During this era of health promotion and disease prevention, interest in health behavior change has never been greater. For example, interventions are being developed to prevent the occurrence of chronic disease through efforts aimed at reducing cholesterol, blood pressure, body weight and smoking-related behaviours. Other programmes are aimed at improving, through behavioural interventions, the health outcomes of patients with a variety of existing chronic conditions, including asthma, diabetes, arthritis and coronary heart disease. Still other programmes are being designed to encourage the public to enroll and participate fully in screening programmes for cancer prevention (e.g. mammography and Pap tests), as well as for other preventive clinical services, including immunisations. Previously, behavioural interventions were usually considered to be the stepchild of medical treatment and clinical interventions; now, behavior change strategies are often considered to be the “action of choice” for the prevention and control of many acute and chronic conditions. One need only look at the global efforts to control AIDS to understand the significant role that behavior change strategies are currently playing and their potential for future applications.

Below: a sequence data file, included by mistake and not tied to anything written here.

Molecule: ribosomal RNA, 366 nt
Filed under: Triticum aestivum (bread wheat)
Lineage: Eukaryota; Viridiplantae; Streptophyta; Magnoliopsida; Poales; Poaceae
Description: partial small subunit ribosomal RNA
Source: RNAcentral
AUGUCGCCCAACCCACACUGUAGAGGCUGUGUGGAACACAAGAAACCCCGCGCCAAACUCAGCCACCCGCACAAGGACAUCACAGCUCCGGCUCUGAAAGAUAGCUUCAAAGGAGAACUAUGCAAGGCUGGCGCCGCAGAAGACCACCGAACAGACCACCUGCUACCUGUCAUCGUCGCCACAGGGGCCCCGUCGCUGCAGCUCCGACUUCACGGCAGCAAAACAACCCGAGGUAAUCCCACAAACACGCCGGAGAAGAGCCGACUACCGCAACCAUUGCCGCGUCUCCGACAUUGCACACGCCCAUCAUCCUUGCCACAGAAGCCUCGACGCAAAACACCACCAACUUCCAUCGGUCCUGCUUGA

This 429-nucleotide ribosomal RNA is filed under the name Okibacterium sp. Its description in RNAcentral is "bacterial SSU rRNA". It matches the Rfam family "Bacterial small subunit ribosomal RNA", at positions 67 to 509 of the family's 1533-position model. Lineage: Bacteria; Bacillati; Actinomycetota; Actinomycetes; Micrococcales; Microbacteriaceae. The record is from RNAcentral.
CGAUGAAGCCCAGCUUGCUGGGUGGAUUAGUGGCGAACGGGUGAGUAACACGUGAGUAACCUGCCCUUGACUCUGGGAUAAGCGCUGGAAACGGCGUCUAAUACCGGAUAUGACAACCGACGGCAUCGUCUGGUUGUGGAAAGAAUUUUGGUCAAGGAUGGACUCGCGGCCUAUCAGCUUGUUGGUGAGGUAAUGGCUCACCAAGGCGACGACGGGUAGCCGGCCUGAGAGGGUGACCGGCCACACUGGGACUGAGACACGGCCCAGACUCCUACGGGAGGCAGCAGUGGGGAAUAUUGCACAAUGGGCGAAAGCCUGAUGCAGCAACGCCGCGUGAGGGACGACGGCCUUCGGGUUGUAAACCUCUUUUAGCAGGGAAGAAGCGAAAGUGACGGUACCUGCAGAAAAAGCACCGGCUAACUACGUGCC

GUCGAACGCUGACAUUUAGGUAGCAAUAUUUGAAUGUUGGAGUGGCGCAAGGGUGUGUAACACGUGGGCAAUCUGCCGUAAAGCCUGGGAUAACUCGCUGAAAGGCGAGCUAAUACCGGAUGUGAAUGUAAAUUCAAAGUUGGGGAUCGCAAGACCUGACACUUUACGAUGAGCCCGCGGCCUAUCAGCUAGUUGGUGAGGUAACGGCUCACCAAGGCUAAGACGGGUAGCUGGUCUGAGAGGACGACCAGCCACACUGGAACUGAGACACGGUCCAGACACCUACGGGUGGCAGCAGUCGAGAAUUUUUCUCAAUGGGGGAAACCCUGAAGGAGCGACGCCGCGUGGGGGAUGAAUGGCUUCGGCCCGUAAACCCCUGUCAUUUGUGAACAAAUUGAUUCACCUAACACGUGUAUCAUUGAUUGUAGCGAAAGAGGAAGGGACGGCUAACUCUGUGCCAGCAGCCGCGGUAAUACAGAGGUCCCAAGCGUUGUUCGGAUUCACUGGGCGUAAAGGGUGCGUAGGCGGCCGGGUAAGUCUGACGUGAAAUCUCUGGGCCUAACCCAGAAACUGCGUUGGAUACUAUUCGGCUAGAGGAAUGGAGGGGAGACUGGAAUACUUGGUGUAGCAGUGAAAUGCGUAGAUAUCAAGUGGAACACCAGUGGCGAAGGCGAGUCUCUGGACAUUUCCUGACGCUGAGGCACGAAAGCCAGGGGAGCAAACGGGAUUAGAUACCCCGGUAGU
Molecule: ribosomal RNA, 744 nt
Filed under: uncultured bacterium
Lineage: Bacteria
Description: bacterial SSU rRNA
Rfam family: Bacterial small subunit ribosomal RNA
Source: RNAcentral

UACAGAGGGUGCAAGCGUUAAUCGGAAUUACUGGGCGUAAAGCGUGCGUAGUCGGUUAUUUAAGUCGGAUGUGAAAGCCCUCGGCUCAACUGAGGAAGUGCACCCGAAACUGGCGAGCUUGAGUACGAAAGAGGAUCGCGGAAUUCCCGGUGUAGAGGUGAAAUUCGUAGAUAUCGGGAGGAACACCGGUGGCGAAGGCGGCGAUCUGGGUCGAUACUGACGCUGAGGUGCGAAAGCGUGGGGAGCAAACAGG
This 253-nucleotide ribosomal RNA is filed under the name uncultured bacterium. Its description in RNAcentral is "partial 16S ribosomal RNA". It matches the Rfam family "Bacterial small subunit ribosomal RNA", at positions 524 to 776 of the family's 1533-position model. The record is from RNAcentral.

Eriksen, M.P. (1990). Behavioral interventions: a powerful tool or unnecessary intrusion. Oncology Nursing, 9-12.